Several environmental and internal factors are hypothesised to affect calving, which occurs when fractures propagate through glacier termini in response to growing stresses in the ice, leading to the detachment of icebergs (Fig. 1). Undercutting of the terminus by submarine melting (Fig. 1a) has been suggested as an important environmental stimulus for calving (O'Leary and Christoffersen, 2013; Luckman et al., 2015); this ice–ocean interaction is amplified by fresh glacial meltwater (Fig. 1e), which is discharged subglacially into fjords, forming forced-convective plumes which entrain ambient water and can melt the terminus at rates of up to several metres per day (Jenkins, 2011; Xu et al., 2012; Slater et al., 2016). Submarine melt rates of such high magnitude are a consequence of warm ambient fjord waters and large quantities of supraglacial meltwater routed along the bed to the terminus (Jenkins, 2011; Slater et al., 2016), linking this process to both oceanic and atmospheric conditions (Christoffersen et al., 2012). Another environmental factor is ice mélange (Fig. 1b), the rigid mixture of calved icebergs and sea ice often found in front of Greenland outlet glaciers in winter and spring, which may suppress calving by providing a buttressing force on the glacier terminus (Sohn et al., 1998; Amundson et al., 2010; Walter et al., 2012). The effect of ice mélange on calving is yet to be fully established, but modelling studies suggest this effect may be sufficient to promote seasonal terminus advance (Vieli and Nick, 2011; Todd and Christoffersen, 2014; Krug et al., 2015; Robel et al., 2017; Todd et al., 2018), and observational studies show that seasonal and interannual glacier retreat is often concurrent with proglacial mélange disintegration (Howat et al., 2010; Moon et al., 2015; Bevan et al., 2019).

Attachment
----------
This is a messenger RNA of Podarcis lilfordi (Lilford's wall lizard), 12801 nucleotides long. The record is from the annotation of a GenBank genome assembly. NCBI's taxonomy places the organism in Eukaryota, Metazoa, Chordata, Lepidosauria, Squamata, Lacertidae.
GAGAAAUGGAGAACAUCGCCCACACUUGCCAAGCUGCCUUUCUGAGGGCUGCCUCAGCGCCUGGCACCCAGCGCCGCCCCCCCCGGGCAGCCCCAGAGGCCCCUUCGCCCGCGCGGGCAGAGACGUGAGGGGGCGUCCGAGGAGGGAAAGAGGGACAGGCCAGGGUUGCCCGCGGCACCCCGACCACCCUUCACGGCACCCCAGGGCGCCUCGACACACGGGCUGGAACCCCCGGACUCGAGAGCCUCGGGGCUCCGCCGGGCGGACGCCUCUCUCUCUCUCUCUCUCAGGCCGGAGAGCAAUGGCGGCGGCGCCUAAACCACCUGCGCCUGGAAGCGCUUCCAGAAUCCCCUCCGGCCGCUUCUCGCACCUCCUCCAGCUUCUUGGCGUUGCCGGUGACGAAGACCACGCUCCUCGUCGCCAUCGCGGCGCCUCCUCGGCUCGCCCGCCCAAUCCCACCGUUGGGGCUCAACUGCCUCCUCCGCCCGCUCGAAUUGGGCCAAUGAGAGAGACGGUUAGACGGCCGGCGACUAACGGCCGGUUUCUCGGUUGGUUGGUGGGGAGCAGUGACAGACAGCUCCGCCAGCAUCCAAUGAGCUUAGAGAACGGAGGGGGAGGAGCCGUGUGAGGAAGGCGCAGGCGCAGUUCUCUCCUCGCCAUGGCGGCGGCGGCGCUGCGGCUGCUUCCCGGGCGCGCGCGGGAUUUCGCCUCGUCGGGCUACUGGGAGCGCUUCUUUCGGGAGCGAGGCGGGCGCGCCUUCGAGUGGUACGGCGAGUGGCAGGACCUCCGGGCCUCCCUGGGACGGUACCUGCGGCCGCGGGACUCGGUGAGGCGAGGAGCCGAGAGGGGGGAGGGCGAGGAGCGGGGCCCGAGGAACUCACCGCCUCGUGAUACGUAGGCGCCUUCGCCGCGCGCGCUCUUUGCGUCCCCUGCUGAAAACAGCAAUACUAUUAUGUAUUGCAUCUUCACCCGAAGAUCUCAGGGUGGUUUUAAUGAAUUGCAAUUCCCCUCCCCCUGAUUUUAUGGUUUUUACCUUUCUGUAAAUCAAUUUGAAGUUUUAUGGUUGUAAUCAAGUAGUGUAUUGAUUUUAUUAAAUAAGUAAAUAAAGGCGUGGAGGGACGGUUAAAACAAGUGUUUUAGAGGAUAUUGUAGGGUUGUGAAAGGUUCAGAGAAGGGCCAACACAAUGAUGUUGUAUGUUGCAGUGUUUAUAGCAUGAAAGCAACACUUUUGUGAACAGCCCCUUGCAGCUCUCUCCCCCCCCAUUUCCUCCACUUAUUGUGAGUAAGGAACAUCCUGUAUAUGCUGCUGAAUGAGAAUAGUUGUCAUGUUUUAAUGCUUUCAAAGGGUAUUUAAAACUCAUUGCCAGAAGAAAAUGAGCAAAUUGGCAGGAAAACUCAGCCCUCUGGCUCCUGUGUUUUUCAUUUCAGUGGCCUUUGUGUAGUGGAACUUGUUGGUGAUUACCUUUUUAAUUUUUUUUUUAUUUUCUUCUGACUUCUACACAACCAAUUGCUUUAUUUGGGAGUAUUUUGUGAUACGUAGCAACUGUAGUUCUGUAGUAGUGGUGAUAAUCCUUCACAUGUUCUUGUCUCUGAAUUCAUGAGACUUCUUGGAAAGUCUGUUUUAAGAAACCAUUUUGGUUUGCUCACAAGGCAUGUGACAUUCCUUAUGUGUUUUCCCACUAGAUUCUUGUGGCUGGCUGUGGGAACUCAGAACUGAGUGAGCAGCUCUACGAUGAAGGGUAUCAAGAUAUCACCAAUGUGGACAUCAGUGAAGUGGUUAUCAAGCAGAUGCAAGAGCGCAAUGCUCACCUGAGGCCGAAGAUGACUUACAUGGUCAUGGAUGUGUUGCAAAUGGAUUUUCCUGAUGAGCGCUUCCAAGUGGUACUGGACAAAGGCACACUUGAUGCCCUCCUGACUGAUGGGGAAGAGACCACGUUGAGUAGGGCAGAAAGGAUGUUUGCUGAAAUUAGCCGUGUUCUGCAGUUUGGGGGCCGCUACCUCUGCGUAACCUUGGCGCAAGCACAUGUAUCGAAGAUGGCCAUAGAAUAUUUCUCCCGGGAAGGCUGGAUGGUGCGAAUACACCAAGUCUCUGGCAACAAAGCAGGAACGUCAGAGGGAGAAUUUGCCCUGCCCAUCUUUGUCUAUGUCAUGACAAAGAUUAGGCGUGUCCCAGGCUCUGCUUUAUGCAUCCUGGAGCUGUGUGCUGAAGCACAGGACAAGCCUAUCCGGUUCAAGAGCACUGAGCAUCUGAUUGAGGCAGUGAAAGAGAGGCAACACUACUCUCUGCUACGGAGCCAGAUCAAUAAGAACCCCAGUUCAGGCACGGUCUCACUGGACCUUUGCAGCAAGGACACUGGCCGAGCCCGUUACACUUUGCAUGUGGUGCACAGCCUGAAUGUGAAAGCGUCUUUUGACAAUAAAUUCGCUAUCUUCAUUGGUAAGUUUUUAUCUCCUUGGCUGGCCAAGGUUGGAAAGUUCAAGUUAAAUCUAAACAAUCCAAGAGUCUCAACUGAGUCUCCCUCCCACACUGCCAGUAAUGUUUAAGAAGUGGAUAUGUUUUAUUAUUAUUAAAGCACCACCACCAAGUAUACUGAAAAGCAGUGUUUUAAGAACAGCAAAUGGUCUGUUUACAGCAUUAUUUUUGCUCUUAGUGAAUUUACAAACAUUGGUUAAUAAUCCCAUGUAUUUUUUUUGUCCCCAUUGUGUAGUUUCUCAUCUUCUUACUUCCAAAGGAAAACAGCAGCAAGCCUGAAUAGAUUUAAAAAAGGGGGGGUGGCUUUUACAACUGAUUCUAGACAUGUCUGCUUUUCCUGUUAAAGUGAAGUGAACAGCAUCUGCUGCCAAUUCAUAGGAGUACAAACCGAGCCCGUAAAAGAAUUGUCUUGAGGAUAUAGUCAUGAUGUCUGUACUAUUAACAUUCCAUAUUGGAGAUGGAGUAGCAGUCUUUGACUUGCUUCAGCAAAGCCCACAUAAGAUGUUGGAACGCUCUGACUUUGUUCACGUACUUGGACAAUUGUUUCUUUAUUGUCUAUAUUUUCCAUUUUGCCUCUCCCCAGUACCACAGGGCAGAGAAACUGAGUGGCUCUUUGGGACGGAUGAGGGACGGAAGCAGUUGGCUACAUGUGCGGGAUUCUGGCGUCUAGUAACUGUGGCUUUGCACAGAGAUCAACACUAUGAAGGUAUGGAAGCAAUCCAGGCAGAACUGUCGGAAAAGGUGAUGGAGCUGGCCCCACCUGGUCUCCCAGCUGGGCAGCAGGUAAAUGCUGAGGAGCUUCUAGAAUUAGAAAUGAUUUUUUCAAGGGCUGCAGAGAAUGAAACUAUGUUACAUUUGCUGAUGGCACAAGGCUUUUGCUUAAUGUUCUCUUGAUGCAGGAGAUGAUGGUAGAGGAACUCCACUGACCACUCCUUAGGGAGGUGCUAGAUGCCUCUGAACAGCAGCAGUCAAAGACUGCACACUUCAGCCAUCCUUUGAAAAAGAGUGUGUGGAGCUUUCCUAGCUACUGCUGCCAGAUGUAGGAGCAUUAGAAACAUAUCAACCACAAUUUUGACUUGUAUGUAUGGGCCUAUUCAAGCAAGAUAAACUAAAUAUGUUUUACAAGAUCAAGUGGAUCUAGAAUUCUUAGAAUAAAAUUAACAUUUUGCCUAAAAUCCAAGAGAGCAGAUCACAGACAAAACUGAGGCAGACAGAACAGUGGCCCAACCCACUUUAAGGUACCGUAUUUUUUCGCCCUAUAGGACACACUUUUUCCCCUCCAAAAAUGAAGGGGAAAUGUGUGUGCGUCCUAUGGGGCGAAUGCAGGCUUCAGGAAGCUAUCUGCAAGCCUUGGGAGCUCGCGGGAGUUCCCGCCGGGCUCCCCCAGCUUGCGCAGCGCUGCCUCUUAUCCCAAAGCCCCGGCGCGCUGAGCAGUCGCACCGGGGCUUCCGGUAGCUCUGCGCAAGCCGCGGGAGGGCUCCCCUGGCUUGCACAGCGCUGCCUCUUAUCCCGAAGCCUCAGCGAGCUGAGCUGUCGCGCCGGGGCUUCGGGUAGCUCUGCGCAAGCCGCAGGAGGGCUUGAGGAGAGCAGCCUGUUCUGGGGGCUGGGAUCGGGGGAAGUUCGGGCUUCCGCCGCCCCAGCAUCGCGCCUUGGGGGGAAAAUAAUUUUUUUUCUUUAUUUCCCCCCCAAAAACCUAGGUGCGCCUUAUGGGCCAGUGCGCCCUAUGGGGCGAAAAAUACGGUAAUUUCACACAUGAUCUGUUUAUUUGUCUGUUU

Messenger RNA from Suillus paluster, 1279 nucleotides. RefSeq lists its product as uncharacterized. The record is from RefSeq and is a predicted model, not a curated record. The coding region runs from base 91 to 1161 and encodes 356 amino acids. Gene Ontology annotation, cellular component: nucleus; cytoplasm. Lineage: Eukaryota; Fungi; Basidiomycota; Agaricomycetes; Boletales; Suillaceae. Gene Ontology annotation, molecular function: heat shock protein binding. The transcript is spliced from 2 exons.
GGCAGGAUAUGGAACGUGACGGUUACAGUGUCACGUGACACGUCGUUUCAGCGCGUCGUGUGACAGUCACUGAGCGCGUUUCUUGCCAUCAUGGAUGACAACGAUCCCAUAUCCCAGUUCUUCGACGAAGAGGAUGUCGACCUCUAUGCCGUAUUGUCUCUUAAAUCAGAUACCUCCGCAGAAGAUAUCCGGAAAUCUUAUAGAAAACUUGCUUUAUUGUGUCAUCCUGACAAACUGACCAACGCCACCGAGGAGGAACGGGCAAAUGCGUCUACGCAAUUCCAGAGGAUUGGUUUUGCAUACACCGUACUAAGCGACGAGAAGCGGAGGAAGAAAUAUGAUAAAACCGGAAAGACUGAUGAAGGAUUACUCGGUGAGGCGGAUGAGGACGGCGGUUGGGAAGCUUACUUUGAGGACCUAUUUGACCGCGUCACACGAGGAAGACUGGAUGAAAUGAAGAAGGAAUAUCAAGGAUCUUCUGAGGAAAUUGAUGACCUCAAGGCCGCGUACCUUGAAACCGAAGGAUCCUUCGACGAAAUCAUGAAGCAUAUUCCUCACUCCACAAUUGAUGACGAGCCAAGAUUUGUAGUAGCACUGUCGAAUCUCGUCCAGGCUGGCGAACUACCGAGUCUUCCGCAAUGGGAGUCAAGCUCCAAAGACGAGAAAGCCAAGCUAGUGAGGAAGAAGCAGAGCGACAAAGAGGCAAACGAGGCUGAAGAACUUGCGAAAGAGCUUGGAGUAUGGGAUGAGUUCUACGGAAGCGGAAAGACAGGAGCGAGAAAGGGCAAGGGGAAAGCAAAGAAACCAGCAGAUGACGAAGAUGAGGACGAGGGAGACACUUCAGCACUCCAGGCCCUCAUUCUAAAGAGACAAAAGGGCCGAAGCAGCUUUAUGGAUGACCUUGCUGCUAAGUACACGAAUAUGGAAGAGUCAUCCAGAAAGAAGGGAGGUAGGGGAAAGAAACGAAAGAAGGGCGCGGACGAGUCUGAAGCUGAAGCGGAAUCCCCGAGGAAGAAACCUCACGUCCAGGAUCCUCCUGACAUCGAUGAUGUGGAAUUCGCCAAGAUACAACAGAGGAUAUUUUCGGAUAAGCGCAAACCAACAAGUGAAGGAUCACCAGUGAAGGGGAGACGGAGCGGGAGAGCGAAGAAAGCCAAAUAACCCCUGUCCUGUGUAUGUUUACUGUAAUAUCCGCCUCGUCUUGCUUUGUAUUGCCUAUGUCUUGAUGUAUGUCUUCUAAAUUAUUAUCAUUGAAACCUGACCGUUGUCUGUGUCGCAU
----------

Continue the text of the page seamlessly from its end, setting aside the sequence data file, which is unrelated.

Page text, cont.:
The dynamics of outlet glaciers strongly modulate the effect of external forcing on calving (Moon and Joughin, 2008; Schild and Hamilton, 2013). The fact that nearby glaciers may respond differently to the same regional-scale climatic shifts is evidence of this. Bedrock topography (Fig. 1c) strongly influences glacier dynamics, providing both basal and lateral pinning points, both of which tend to define stable terminus positions (Benn et al., 2007a). Related to this, spatial and temporal variability in basal friction (Fig. 1d), which is a function of subglacial hydrology as well as glacier geometry, has been suggested as a potential first-order control on calving (Benn et al., 2007a).